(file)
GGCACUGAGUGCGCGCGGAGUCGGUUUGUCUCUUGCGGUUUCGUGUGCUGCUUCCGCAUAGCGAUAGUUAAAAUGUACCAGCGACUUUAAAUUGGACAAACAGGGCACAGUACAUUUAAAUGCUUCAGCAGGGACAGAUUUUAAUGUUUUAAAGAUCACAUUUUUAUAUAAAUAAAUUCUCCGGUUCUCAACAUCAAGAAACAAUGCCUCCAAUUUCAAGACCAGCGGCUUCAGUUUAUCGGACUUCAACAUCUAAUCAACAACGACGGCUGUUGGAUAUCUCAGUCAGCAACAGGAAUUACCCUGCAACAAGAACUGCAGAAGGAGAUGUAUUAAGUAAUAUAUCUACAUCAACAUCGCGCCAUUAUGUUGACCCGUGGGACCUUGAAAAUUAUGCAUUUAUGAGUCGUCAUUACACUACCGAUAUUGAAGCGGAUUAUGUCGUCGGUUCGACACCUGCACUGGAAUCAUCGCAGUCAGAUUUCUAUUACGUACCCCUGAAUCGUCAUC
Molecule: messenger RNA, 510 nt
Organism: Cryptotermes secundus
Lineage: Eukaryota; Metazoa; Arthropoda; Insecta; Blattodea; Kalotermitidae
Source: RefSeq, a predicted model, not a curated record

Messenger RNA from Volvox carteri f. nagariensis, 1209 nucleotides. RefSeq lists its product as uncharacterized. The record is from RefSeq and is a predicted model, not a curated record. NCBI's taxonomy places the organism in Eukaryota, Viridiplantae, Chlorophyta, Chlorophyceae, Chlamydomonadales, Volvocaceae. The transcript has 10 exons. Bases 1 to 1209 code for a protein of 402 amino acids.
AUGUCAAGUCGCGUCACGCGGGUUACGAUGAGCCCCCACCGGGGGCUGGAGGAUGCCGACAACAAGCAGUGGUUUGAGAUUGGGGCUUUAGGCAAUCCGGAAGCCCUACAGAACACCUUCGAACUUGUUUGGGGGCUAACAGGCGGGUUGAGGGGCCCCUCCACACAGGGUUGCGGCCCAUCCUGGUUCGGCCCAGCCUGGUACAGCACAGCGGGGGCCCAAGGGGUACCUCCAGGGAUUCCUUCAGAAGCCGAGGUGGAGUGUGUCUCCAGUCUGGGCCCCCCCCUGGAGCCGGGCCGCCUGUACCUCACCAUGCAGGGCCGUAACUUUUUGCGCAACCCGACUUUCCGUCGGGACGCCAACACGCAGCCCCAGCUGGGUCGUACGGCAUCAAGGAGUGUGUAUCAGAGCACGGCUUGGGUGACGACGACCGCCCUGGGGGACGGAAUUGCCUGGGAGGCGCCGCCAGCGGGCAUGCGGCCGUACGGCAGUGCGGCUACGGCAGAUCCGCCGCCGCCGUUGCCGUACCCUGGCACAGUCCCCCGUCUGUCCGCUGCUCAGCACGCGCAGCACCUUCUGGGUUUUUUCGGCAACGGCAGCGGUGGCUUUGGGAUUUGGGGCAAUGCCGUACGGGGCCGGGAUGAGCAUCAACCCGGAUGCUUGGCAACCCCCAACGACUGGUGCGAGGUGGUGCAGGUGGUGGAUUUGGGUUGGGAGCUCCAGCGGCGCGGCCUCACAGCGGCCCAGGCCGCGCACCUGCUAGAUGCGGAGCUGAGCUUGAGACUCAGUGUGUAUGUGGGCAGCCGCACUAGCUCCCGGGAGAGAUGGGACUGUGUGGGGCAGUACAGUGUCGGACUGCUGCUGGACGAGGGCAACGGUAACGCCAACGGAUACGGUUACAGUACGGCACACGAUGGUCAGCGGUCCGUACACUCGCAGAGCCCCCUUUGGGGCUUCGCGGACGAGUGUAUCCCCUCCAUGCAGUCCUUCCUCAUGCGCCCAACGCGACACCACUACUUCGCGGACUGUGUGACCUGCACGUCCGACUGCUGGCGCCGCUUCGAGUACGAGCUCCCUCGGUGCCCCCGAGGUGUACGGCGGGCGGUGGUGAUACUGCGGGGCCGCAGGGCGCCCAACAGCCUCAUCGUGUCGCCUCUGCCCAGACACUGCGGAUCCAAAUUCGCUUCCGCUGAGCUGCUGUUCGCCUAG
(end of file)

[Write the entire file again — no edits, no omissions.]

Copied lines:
GGCACUGAGUGCGCGCGGAGUCGGUUUGUCUCUUGCGGUUUCGUGUGCUGCUUCCGCAUAGCGAUAGUUAAAAUGUACCAGCGACUUUAAAUUGGACAAACAGGGCACAGUACAUUUAAAUGCUUCAGCAGGGACAGAUUUUAAUGUUUUAAAGAUCACAUUUUUAUAUAAAUAAAUUCUCCGGUUCUCAACAUCAAGAAACAAUGCCUCCAAUUUCAAGACCAGCGGCUUCAGUUUAUCGGACUUCAACAUCUAAUCAACAACGACGGCUGUUGGAUAUCUCAGUCAGCAACAGGAAUUACCCUGCAACAAGAACUGCAGAAGGAGAUGUAUUAAGUAAUAUAUCUACAUCAACAUCGCGCCAUUAUGUUGACCCGUGGGACCUUGAAAAUUAUGCAUUUAUGAGUCGUCAUUACACUACCGAUAUUGAAGCGGAUUAUGUCGUCGGUUCGACACCUGCACUGGAAUCAUCGCAGUCAGAUUUCUAUUACGUACCCCUGAAUCGUCAUC
Molecule: messenger RNA, 510 nt
Organism: Cryptotermes secundus
Lineage: Eukaryota; Metazoa; Arthropoda; Insecta; Blattodea; Kalotermitidae
Source: RefSeq, a predicted model, not a curated record

Messenger RNA from Volvox carteri f. nagariensis, 1209 nucleotides. RefSeq lists its product as uncharacterized. The record is from RefSeq and is a predicted model, not a curated record. NCBI's taxonomy places the organism in Eukaryota, Viridiplantae, Chlorophyta, Chlorophyceae, Chlamydomonadales, Volvocaceae. The transcript has 10 exons. Bases 1 to 1209 code for a protein of 402 amino acids.
AUGUCAAGUCGCGUCACGCGGGUUACGAUGAGCCCCCACCGGGGGCUGGAGGAUGCCGACAACAAGCAGUGGUUUGAGAUUGGGGCUUUAGGCAAUCCGGAAGCCCUACAGAACACCUUCGAACUUGUUUGGGGGCUAACAGGCGGGUUGAGGGGCCCCUCCACACAGGGUUGCGGCCCAUCCUGGUUCGGCCCAGCCUGGUACAGCACAGCGGGGGCCCAAGGGGUACCUCCAGGGAUUCCUUCAGAAGCCGAGGUGGAGUGUGUCUCCAGUCUGGGCCCCCCCCUGGAGCCGGGCCGCCUGUACCUCACCAUGCAGGGCCGUAACUUUUUGCGCAACCCGACUUUCCGUCGGGACGCCAACACGCAGCCCCAGCUGGGUCGUACGGCAUCAAGGAGUGUGUAUCAGAGCACGGCUUGGGUGACGACGACCGCCCUGGGGGACGGAAUUGCCUGGGAGGCGCCGCCAGCGGGCAUGCGGCCGUACGGCAGUGCGGCUACGGCAGAUCCGCCGCCGCCGUUGCCGUACCCUGGCACAGUCCCCCGUCUGUCCGCUGCUCAGCACGCGCAGCACCUUCUGGGUUUUUUCGGCAACGGCAGCGGUGGCUUUGGGAUUUGGGGCAAUGCCGUACGGGGCCGGGAUGAGCAUCAACCCGGAUGCUUGGCAACCCCCAACGACUGGUGCGAGGUGGUGCAGGUGGUGGAUUUGGGUUGGGAGCUCCAGCGGCGCGGCCUCACAGCGGCCCAGGCCGCGCACCUGCUAGAUGCGGAGCUGAGCUUGAGACUCAGUGUGUAUGUGGGCAGCCGCACUAGCUCCCGGGAGAGAUGGGACUGUGUGGGGCAGUACAGUGUCGGACUGCUGCUGGACGAGGGCAACGGUAACGCCAACGGAUACGGUUACAGUACGGCACACGAUGGUCAGCGGUCCGUACACUCGCAGAGCCCCCUUUGGGGCUUCGCGGACGAGUGUAUCCCCUCCAUGCAGUCCUUCCUCAUGCGCCCAACGCGACACCACUACUUCGCGGACUGUGUGACCUGCACGUCCGACUGCUGGCGCCGCUUCGAGUACGAGCUCCCUCGGUGCCCCCGAGGUGUACGGCGGGCGGUGGUGAUACUGCGGGGCCGCAGGGCGCCCAACAGCCUCAUCGUGUCGCCUCUGCCCAGACACUGCGGAUCCAAAUUCGCUUCCGCUGAGCUGCUGUUCGCCUAG